Daniel Roy Greenfeld

Daniel Roy Greenfeld

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Surgery in Two Days

In two days, Friday, April 4th, I'm going into laparoscopic surgery in order to correct a double inguinal hernia. If you want to know what that is, you can read the Not Safe For Work (NSFW) Wikipedia article.

I said it.

I have a hernia.

That was hard.

It's one thing to admit you are sick or have an injury, but it's another thing to admit you have a lower abdominal injury caused by lifting too much. Even if 27% of men get it in their lifetime, it's still hard to admit.

How Did I Get A Hernia?

Genetic predisposition, not to mention moving a refrigerator. And a sofa. And much more.

Last year in early April my wife and were given the chance to work in Europe for a while. We moved out of our place and put all our stuff into storage. We don't have that much stuff, so we decided to do all the packing and moving ourselves. While I hadn't worked out consistently in a couple of months, I knew I was up for any heavy lifting.

In fact, for all my adult life every once in a while I either moved or helped friends move their stuff. I'm in pretty good shape, have endurance, and know how to lift. I'm really flexible too, able to get low and push up.

For several days Audrey and I packed and moved stuff into the storage facility. It was hard, sweaty work and we were racing to meet a deadline. I didn't mind the work or pace at all. For me it's fun to do hard labor for short periods and this was a blast. I also love pushing myself physically.

Let's review:

  • Had to move lots of stuff in a few days.
  • Stuff was not gym-style weights, but awkward boxes and furniture. Some of it heavy.
  • Love to push myself.

We got it done just in time! Hooray! I was achey and sore, but really proud of what we did. Something didn't feel quite right down there. I shrugged it off.

Something is Wrong

On the way to Europe I realized something was wrong. I thought it would go away, especially with good food and exercise. During the journey and once we arrived, I tried working out, but afterwards I would be in more discomfort.

No matter. We worked long, hard hours and spent the weekends sightseeing. It was awesome. We met lots of our online friends. We attended amazing conferences and events. It was incredible, and I pray I get to do it again.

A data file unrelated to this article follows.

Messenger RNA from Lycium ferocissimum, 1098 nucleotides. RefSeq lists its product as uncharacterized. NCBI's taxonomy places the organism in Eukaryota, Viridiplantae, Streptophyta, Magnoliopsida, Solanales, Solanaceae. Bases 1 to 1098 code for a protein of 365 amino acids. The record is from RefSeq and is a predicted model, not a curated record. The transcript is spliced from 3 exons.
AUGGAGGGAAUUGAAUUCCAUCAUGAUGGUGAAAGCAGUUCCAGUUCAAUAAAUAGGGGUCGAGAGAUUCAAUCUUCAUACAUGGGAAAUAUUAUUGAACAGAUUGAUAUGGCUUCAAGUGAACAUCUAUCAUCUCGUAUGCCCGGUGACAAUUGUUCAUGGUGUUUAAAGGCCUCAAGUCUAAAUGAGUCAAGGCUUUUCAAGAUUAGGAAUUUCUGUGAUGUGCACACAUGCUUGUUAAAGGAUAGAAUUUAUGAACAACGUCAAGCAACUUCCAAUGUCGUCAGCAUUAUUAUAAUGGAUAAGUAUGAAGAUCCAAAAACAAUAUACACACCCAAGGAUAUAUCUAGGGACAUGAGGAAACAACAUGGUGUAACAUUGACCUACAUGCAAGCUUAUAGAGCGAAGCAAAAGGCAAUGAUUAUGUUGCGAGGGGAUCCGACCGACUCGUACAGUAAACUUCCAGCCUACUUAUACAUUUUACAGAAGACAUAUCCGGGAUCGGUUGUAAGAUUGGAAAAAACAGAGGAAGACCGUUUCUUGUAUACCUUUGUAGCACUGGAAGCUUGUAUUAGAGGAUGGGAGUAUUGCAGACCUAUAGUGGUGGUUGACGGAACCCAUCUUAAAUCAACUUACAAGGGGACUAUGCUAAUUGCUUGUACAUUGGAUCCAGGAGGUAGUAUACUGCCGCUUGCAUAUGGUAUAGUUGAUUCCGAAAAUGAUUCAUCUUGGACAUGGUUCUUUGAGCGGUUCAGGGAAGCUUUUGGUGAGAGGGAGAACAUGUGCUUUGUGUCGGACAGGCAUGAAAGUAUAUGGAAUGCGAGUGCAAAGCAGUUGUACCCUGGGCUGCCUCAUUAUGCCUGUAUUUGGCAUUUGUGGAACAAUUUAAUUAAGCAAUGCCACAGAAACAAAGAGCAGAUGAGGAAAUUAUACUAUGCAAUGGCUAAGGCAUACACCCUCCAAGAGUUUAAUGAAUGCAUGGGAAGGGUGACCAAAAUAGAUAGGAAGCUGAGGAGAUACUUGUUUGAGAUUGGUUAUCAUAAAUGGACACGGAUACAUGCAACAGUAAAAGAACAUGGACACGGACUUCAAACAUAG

Except that all that walking and standing ached. Over a few hours that ache would turn to pain. I thought it would go away, but it didn't. Over time it hurt more and more. Often, out with friends, I pleaded exhaustion. We kept going home early. Actually, I was just in a lot of pain that I didn't understand.

My pride meant I didn't want to admit I was hurt.

Admitting the Problem and Diagnosis

On one of our last days in Zagreb, Croatia we took a very long walk. Far from our lodging the discomfort got so bad that I sat on the ground. Getting home was a nightmare. That was when we realized something was really wrong.

We decided to keep walking to a minimum after that. We readied for our next stop, the beachside city of Split in Croatia.

When we arrived in Split we did a little research and discovered that I probably had a hernia. We went to a physician, and he confirmed it. He had me see a surgeon, who confirmed it as well. While he suggested surgery, he also let us know that just then wasn't a good time - there was a threat of a nurses' strike in Croatia.

We decided to wait until we got back to the USA and the Affordable Care Act went into effect. I could wait that long if I was careful abut exercise and wore a brace. It sucked, because I would have to wait or pay completely out of pocket.


Waiting was necessary because I didn't want to spend all my earnings for a time feeding the heartless American insurance bureaucracy industry.

As soon as it was available we signed up for proper American medical coverage through the Affordable Care Act. I now have medical coverage! I went through the necessary appointments and was recommended the surgery that's going to happen in two days. The operation should take 90 minutes and I'm going home the same day. Two weeks after surgery I'll be feeling completely normal, and a month after surgery I can carefully restart my exercise regimen.

Living With a Hernia

It's doable but I don't recommend it.

If I walk or exercise, then I have to wear a brace. That brace gets uncomfortable the longer I wear it, but it's better than the alternative. It's risky for me to max out my weights unless I'm on a machine. I can't do any direct abdominal exercises.

Without the brace I'm not supposed to lift anything heavier than 15 pounds. Ugh.

The Part I Really Don't Like

I'm scared.

Logically I know it's a low risk operation done millions of times a year around the world. That my surgeon is rated extremely well. Still, it's me going under general anesthesia so a really nice lady can cut holes in me.

So I'm scared.

I try not to think about it, the same way I ignored the injury during most of my time in Europe. So far it's been working pretty well, except when I'm driving or trying to sleep.

PyCon in Montreal

We're not going. We weren't going because of finances, work, etc., but the scheduled surgery cemented it.

Wish Me Luck!

I can't wait for this to be done and finished. I want to be able to do things again. To walk and run for hours with no more discomfort than aching feet. To be able to pick things up.

It's going to be delightful.

One more thing: next time I'm hiring movers.

Tags: pycon injury
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